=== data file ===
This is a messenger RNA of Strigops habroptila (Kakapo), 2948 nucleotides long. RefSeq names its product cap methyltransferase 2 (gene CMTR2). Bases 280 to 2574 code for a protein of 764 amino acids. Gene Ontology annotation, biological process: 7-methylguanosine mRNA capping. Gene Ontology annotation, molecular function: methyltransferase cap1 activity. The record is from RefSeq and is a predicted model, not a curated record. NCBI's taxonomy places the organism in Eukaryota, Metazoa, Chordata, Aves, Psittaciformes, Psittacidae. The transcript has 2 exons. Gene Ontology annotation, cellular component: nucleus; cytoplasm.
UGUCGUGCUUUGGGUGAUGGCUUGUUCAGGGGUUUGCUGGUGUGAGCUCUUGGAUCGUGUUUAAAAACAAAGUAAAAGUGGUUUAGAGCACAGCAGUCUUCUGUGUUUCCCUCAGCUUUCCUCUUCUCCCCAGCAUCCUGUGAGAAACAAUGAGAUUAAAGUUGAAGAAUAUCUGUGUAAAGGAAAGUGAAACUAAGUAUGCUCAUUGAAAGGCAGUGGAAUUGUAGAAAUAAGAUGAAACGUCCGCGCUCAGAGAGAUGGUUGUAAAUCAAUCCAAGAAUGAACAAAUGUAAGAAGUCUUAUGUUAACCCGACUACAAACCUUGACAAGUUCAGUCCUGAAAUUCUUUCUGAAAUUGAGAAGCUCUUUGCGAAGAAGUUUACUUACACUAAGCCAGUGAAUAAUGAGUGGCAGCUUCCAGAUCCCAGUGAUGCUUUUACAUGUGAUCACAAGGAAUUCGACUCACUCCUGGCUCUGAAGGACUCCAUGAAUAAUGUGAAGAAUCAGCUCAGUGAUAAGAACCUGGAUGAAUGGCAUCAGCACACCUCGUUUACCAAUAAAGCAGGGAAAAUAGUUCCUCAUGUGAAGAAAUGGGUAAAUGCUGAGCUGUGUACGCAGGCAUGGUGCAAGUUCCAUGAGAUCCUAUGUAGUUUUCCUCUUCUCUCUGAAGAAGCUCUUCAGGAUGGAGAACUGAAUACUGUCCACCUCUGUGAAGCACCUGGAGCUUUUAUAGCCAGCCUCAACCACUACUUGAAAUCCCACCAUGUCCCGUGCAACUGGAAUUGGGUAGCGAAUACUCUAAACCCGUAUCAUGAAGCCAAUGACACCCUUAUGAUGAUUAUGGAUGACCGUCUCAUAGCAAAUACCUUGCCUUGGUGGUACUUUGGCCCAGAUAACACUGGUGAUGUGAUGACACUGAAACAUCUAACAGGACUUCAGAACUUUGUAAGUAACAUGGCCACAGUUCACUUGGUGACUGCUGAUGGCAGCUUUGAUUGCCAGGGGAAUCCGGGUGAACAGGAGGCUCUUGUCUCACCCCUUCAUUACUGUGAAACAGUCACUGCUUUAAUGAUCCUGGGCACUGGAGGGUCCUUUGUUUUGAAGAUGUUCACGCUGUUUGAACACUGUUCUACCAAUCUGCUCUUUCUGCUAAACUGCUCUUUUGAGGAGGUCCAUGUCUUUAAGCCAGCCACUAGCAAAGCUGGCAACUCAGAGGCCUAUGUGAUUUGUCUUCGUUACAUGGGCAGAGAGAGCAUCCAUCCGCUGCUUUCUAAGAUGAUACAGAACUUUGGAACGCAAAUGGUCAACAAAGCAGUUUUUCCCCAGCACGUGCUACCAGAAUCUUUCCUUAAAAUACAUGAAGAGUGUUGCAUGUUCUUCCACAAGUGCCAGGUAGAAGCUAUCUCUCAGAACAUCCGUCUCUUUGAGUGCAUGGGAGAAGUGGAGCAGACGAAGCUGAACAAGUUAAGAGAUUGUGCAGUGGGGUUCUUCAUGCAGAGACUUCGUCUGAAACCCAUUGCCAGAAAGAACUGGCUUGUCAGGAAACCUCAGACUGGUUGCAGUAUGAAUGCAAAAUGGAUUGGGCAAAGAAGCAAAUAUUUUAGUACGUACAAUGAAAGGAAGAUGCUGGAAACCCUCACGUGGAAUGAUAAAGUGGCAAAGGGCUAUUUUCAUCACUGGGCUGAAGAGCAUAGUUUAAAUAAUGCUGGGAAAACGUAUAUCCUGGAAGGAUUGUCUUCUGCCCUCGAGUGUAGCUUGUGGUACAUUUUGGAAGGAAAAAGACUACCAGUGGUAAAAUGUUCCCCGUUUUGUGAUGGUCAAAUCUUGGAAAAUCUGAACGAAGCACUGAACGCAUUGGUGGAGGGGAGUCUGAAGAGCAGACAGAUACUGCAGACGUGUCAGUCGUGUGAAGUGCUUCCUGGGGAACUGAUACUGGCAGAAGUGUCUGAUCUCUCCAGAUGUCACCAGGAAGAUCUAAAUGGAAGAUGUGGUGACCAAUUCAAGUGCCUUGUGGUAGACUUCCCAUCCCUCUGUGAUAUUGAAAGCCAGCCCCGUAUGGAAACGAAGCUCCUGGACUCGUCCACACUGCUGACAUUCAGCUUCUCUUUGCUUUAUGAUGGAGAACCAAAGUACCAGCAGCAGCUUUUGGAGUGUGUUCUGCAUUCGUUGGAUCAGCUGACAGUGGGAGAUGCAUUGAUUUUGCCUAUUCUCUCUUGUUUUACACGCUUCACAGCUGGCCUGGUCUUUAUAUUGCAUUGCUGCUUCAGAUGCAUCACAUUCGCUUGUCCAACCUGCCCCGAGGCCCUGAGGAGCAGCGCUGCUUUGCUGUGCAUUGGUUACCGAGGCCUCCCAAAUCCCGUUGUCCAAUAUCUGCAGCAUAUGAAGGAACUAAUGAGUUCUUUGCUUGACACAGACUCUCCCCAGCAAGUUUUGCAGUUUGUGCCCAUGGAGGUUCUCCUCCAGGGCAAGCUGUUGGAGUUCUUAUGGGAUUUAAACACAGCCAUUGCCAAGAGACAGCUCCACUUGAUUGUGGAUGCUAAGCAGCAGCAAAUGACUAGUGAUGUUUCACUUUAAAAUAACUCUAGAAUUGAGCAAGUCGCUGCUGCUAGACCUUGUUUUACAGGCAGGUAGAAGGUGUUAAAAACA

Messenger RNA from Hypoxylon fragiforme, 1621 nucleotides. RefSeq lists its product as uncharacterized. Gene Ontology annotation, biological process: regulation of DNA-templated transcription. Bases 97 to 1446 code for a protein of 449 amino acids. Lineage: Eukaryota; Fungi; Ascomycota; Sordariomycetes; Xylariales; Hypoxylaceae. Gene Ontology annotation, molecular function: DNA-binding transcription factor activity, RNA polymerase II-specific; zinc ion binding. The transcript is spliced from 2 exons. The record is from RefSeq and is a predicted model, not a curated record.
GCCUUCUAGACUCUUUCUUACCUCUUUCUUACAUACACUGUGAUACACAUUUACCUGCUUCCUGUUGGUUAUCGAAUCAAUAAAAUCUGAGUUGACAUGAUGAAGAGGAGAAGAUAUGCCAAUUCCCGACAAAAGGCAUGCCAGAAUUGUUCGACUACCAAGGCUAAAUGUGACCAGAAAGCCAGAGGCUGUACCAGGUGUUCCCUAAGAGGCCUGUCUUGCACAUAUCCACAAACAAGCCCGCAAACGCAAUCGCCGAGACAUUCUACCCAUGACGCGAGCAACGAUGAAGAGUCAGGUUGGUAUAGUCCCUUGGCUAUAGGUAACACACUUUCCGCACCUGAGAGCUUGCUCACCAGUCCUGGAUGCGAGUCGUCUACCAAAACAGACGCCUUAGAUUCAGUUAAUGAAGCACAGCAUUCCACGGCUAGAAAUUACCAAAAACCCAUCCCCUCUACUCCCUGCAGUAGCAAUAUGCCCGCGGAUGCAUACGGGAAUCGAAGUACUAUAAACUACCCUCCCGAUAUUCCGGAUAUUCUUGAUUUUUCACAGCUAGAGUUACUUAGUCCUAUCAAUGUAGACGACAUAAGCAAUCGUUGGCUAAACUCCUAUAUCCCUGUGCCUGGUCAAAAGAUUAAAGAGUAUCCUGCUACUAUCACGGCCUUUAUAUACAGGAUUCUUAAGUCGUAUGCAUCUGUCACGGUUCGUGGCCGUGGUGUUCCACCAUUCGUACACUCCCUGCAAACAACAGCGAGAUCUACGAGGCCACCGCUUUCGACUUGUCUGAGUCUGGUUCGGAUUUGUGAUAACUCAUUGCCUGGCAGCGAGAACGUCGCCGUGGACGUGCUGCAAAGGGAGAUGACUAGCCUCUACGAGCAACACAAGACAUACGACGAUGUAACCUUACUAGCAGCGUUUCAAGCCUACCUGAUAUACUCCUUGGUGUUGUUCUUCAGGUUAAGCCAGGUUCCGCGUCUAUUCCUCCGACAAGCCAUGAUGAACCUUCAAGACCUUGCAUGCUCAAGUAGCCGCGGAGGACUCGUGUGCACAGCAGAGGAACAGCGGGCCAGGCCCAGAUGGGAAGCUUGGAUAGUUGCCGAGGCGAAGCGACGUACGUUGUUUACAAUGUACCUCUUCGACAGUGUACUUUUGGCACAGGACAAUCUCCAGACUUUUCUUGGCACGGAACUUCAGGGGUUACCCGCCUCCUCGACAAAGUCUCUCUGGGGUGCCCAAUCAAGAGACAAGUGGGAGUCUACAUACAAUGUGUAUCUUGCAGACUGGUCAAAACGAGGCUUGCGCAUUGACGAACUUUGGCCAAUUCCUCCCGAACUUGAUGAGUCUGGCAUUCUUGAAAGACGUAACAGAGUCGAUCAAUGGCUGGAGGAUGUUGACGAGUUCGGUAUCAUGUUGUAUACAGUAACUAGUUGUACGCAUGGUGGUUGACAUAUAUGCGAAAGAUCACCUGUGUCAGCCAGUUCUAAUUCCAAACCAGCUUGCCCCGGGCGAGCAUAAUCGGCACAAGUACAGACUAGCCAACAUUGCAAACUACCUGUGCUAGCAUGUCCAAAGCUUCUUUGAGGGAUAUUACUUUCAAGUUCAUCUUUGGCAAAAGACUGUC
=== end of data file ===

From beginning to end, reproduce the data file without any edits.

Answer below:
This is a messenger RNA of Strigops habroptila (Kakapo), 2948 nucleotides long. RefSeq names its product cap methyltransferase 2 (gene CMTR2). Bases 280 to 2574 code for a protein of 764 amino acids. Gene Ontology annotation, biological process: 7-methylguanosine mRNA capping. Gene Ontology annotation, molecular function: methyltransferase cap1 activity. The record is from RefSeq and is a predicted model, not a curated record. NCBI's taxonomy places the organism in Eukaryota, Metazoa, Chordata, Aves, Psittaciformes, Psittacidae. The transcript has 2 exons. Gene Ontology annotation, cellular component: nucleus; cytoplasm.
UGUCGUGCUUUGGGUGAUGGCUUGUUCAGGGGUUUGCUGGUGUGAGCUCUUGGAUCGUGUUUAAAAACAAAGUAAAAGUGGUUUAGAGCACAGCAGUCUUCUGUGUUUCCCUCAGCUUUCCUCUUCUCCCCAGCAUCCUGUGAGAAACAAUGAGAUUAAAGUUGAAGAAUAUCUGUGUAAAGGAAAGUGAAACUAAGUAUGCUCAUUGAAAGGCAGUGGAAUUGUAGAAAUAAGAUGAAACGUCCGCGCUCAGAGAGAUGGUUGUAAAUCAAUCCAAGAAUGAACAAAUGUAAGAAGUCUUAUGUUAACCCGACUACAAACCUUGACAAGUUCAGUCCUGAAAUUCUUUCUGAAAUUGAGAAGCUCUUUGCGAAGAAGUUUACUUACACUAAGCCAGUGAAUAAUGAGUGGCAGCUUCCAGAUCCCAGUGAUGCUUUUACAUGUGAUCACAAGGAAUUCGACUCACUCCUGGCUCUGAAGGACUCCAUGAAUAAUGUGAAGAAUCAGCUCAGUGAUAAGAACCUGGAUGAAUGGCAUCAGCACACCUCGUUUACCAAUAAAGCAGGGAAAAUAGUUCCUCAUGUGAAGAAAUGGGUAAAUGCUGAGCUGUGUACGCAGGCAUGGUGCAAGUUCCAUGAGAUCCUAUGUAGUUUUCCUCUUCUCUCUGAAGAAGCUCUUCAGGAUGGAGAACUGAAUACUGUCCACCUCUGUGAAGCACCUGGAGCUUUUAUAGCCAGCCUCAACCACUACUUGAAAUCCCACCAUGUCCCGUGCAACUGGAAUUGGGUAGCGAAUACUCUAAACCCGUAUCAUGAAGCCAAUGACACCCUUAUGAUGAUUAUGGAUGACCGUCUCAUAGCAAAUACCUUGCCUUGGUGGUACUUUGGCCCAGAUAACACUGGUGAUGUGAUGACACUGAAACAUCUAACAGGACUUCAGAACUUUGUAAGUAACAUGGCCACAGUUCACUUGGUGACUGCUGAUGGCAGCUUUGAUUGCCAGGGGAAUCCGGGUGAACAGGAGGCUCUUGUCUCACCCCUUCAUUACUGUGAAACAGUCACUGCUUUAAUGAUCCUGGGCACUGGAGGGUCCUUUGUUUUGAAGAUGUUCACGCUGUUUGAACACUGUUCUACCAAUCUGCUCUUUCUGCUAAACUGCUCUUUUGAGGAGGUCCAUGUCUUUAAGCCAGCCACUAGCAAAGCUGGCAACUCAGAGGCCUAUGUGAUUUGUCUUCGUUACAUGGGCAGAGAGAGCAUCCAUCCGCUGCUUUCUAAGAUGAUACAGAACUUUGGAACGCAAAUGGUCAACAAAGCAGUUUUUCCCCAGCACGUGCUACCAGAAUCUUUCCUUAAAAUACAUGAAGAGUGUUGCAUGUUCUUCCACAAGUGCCAGGUAGAAGCUAUCUCUCAGAACAUCCGUCUCUUUGAGUGCAUGGGAGAAGUGGAGCAGACGAAGCUGAACAAGUUAAGAGAUUGUGCAGUGGGGUUCUUCAUGCAGAGACUUCGUCUGAAACCCAUUGCCAGAAAGAACUGGCUUGUCAGGAAACCUCAGACUGGUUGCAGUAUGAAUGCAAAAUGGAUUGGGCAAAGAAGCAAAUAUUUUAGUACGUACAAUGAAAGGAAGAUGCUGGAAACCCUCACGUGGAAUGAUAAAGUGGCAAAGGGCUAUUUUCAUCACUGGGCUGAAGAGCAUAGUUUAAAUAAUGCUGGGAAAACGUAUAUCCUGGAAGGAUUGUCUUCUGCCCUCGAGUGUAGCUUGUGGUACAUUUUGGAAGGAAAAAGACUACCAGUGGUAAAAUGUUCCCCGUUUUGUGAUGGUCAAAUCUUGGAAAAUCUGAACGAAGCACUGAACGCAUUGGUGGAGGGGAGUCUGAAGAGCAGACAGAUACUGCAGACGUGUCAGUCGUGUGAAGUGCUUCCUGGGGAACUGAUACUGGCAGAAGUGUCUGAUCUCUCCAGAUGUCACCAGGAAGAUCUAAAUGGAAGAUGUGGUGACCAAUUCAAGUGCCUUGUGGUAGACUUCCCAUCCCUCUGUGAUAUUGAAAGCCAGCCCCGUAUGGAAACGAAGCUCCUGGACUCGUCCACACUGCUGACAUUCAGCUUCUCUUUGCUUUAUGAUGGAGAACCAAAGUACCAGCAGCAGCUUUUGGAGUGUGUUCUGCAUUCGUUGGAUCAGCUGACAGUGGGAGAUGCAUUGAUUUUGCCUAUUCUCUCUUGUUUUACACGCUUCACAGCUGGCCUGGUCUUUAUAUUGCAUUGCUGCUUCAGAUGCAUCACAUUCGCUUGUCCAACCUGCCCCGAGGCCCUGAGGAGCAGCGCUGCUUUGCUGUGCAUUGGUUACCGAGGCCUCCCAAAUCCCGUUGUCCAAUAUCUGCAGCAUAUGAAGGAACUAAUGAGUUCUUUGCUUGACACAGACUCUCCCCAGCAAGUUUUGCAGUUUGUGCCCAUGGAGGUUCUCCUCCAGGGCAAGCUGUUGGAGUUCUUAUGGGAUUUAAACACAGCCAUUGCCAAGAGACAGCUCCACUUGAUUGUGGAUGCUAAGCAGCAGCAAAUGACUAGUGAUGUUUCACUUUAAAAUAACUCUAGAAUUGAGCAAGUCGCUGCUGCUAGACCUUGUUUUACAGGCAGGUAGAAGGUGUUAAAAACA

Messenger RNA from Hypoxylon fragiforme, 1621 nucleotides. RefSeq lists its product as uncharacterized. Gene Ontology annotation, biological process: regulation of DNA-templated transcription. Bases 97 to 1446 code for a protein of 449 amino acids. Lineage: Eukaryota; Fungi; Ascomycota; Sordariomycetes; Xylariales; Hypoxylaceae. Gene Ontology annotation, molecular function: DNA-binding transcription factor activity, RNA polymerase II-specific; zinc ion binding. The transcript is spliced from 2 exons. The record is from RefSeq and is a predicted model, not a curated record.
GCCUUCUAGACUCUUUCUUACCUCUUUCUUACAUACACUGUGAUACACAUUUACCUGCUUCCUGUUGGUUAUCGAAUCAAUAAAAUCUGAGUUGACAUGAUGAAGAGGAGAAGAUAUGCCAAUUCCCGACAAAAGGCAUGCCAGAAUUGUUCGACUACCAAGGCUAAAUGUGACCAGAAAGCCAGAGGCUGUACCAGGUGUUCCCUAAGAGGCCUGUCUUGCACAUAUCCACAAACAAGCCCGCAAACGCAAUCGCCGAGACAUUCUACCCAUGACGCGAGCAACGAUGAAGAGUCAGGUUGGUAUAGUCCCUUGGCUAUAGGUAACACACUUUCCGCACCUGAGAGCUUGCUCACCAGUCCUGGAUGCGAGUCGUCUACCAAAACAGACGCCUUAGAUUCAGUUAAUGAAGCACAGCAUUCCACGGCUAGAAAUUACCAAAAACCCAUCCCCUCUACUCCCUGCAGUAGCAAUAUGCCCGCGGAUGCAUACGGGAAUCGAAGUACUAUAAACUACCCUCCCGAUAUUCCGGAUAUUCUUGAUUUUUCACAGCUAGAGUUACUUAGUCCUAUCAAUGUAGACGACAUAAGCAAUCGUUGGCUAAACUCCUAUAUCCCUGUGCCUGGUCAAAAGAUUAAAGAGUAUCCUGCUACUAUCACGGCCUUUAUAUACAGGAUUCUUAAGUCGUAUGCAUCUGUCACGGUUCGUGGCCGUGGUGUUCCACCAUUCGUACACUCCCUGCAAACAACAGCGAGAUCUACGAGGCCACCGCUUUCGACUUGUCUGAGUCUGGUUCGGAUUUGUGAUAACUCAUUGCCUGGCAGCGAGAACGUCGCCGUGGACGUGCUGCAAAGGGAGAUGACUAGCCUCUACGAGCAACACAAGACAUACGACGAUGUAACCUUACUAGCAGCGUUUCAAGCCUACCUGAUAUACUCCUUGGUGUUGUUCUUCAGGUUAAGCCAGGUUCCGCGUCUAUUCCUCCGACAAGCCAUGAUGAACCUUCAAGACCUUGCAUGCUCAAGUAGCCGCGGAGGACUCGUGUGCACAGCAGAGGAACAGCGGGCCAGGCCCAGAUGGGAAGCUUGGAUAGUUGCCGAGGCGAAGCGACGUACGUUGUUUACAAUGUACCUCUUCGACAGUGUACUUUUGGCACAGGACAAUCUCCAGACUUUUCUUGGCACGGAACUUCAGGGGUUACCCGCCUCCUCGACAAAGUCUCUCUGGGGUGCCCAAUCAAGAGACAAGUGGGAGUCUACAUACAAUGUGUAUCUUGCAGACUGGUCAAAACGAGGCUUGCGCAUUGACGAACUUUGGCCAAUUCCUCCCGAACUUGAUGAGUCUGGCAUUCUUGAAAGACGUAACAGAGUCGAUCAAUGGCUGGAGGAUGUUGACGAGUUCGGUAUCAUGUUGUAUACAGUAACUAGUUGUACGCAUGGUGGUUGACAUAUAUGCGAAAGAUCACCUGUGUCAGCCAGUUCUAAUUCCAAACCAGCUUGCCCCGGGCGAGCAUAAUCGGCACAAGUACAGACUAGCCAACAUUGCAAACUACCUGUGCUAGCAUGUCCAAAGCUUCUUUGAGGGAUAUUACUUUCAAGUUCAUCUUUGGCAAAAGACUGUC